Vietnamese leader says banning social media sites impossible

Vietnam’s prime minister said Thursday that it is impossible to ban social media such as Facebook so authorities in the communist nation instead should provide correct information to inform public opinion.

Friday – 1/16/2015, 5:00pm EST

HANOI, Vietnam (AP) — Vietnam’s prime minister said Thursday that it is impossible to ban social media such as Facebook so authorities in the communist nation instead should provide correct information to inform public opinion.

“You are all on social media, checking Facebook for information. What should be done to have correct information?” Nguyen Tan Dung told officials in his office, according to a report on the website of the state-run newspaper Thanh Nien, or Young People. “It’s impossible for us to ban it.”

Along with political activities, the ruling communist party also tightly controls the media in Vietnam, making independent information found on the Internet popular. Dung’s comments came at a time when rumors of corruption involving some top officials are rife on some social media and as the party is preparing for its five-year congress scheduled for early 2016.

Dung advised his colleagues that the government “must give correct and timely information to guide opinion. Regardless of what is being said on the Internet, people will believe when there is official information from the government.”

Social media like Facebook are hugely popular in Vietnam, where more than a third of the population of 90 million is online.

Facebook users have complained in the past about having difficulties accessing the site, but the government denies that it has tried to block it, though it has tried to block other sites. In 2013, according to some critics and Internet analysts, evidence surface that a shadowy, pro-government cyber army was blocking, hacking and spying on Vietnamese activists around the world to hamper the country’s pro-democracy movement.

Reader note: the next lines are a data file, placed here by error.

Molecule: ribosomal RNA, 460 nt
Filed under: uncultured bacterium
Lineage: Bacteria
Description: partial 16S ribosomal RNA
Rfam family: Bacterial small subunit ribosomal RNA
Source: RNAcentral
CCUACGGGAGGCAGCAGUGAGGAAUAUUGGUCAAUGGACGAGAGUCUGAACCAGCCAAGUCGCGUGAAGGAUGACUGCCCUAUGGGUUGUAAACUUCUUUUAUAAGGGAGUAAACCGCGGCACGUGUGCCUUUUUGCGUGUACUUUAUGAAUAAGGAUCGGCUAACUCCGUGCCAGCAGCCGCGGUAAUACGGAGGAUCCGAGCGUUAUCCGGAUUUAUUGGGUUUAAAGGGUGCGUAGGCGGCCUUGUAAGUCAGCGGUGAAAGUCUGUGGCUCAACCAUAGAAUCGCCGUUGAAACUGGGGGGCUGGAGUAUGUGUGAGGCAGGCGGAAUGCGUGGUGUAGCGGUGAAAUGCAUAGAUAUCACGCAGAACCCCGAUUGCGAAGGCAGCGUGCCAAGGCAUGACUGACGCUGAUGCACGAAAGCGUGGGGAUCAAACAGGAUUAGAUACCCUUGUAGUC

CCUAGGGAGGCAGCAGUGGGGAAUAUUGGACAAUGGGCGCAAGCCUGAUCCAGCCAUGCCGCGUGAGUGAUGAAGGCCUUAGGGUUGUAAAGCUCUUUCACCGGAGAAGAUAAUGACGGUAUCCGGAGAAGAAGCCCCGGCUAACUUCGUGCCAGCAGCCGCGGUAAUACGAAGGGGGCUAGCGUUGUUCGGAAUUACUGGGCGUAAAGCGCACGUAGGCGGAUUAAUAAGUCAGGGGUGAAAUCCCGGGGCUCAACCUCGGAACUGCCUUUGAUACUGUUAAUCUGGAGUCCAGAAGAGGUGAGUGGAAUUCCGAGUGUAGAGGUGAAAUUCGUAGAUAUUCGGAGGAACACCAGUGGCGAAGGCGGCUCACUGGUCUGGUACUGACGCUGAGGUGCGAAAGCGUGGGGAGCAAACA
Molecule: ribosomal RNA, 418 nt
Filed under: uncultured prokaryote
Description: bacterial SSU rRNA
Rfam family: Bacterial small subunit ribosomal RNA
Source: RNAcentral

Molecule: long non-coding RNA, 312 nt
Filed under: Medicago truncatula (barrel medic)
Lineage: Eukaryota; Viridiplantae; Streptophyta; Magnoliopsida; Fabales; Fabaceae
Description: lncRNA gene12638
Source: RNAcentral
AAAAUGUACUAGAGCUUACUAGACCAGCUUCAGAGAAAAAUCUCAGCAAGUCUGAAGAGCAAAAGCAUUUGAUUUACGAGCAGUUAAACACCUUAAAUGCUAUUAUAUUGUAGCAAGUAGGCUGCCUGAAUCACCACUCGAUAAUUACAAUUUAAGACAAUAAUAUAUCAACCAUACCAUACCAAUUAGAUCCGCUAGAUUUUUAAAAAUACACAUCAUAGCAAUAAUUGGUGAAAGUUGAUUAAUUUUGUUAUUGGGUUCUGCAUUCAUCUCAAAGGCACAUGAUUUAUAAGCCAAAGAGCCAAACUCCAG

Scores of Internet users and government critics, including those with Facebook accounts, have in the past few years been arrested on national security grounds, such as for posting “online articles with bad content and false information that discredit and create distrust among people about state agencies, social agencies and citizens.” At least three bloggers have been arrested in the past month-and-a-half.

Western nations and international human rights groups have accused Vietnam of jailing people for peacefully expressing their views, but Hanoi says only those who violate laws are put behind bars. The state convicted at least 63 bloggers and other nonviolent democracy activists in 2013 of criminal offenses, according to New York-based Human Rights Watch.

“Vietnam’s arrests of more bloggers for allegedly abusing ‘democratic freedoms’ is a cynical and chilling move,” Phil Robertson, deputy Asia director of Human Rights Watch, said last year. He has called for Vietnam to drop charges against bloggers and to scrap laws used to quash free expression.

One law bans the sharing of news and content critical of the government on social media, but prosecutions are usually carried out under the rubric of national security.

“The government should recognize it cannot drag the Vietnamese people by force back into a pre-Internet world where state controlled media was completely dominant,” Robertson said.

Other Southeast Asian nations are also seeking to curb speech on social media, most notably Thailand, where laws ban criticism of the monarchy and the circulation of material deemed detrimental to national security or that causes panic. Since a coup last year, Thailand’s military-installed government stepped up efforts to monitor online content.

Last month, Thai police announced that they could monitor the popular text messaging system LINE, an assertion denied by the Japan-based company.

Takorn Tantasith, secretary general of Thailand’s National Broadcasting and Telecommunications Commission, said at the time he had asked representatives of Internet service providers and social media sites such as Facebook to help monitor and suppress content that might insult the monarchy. Thai law already allows prosecution of network administrators who don’t remove offensive content in a timely fashion, even when posted by third parties.

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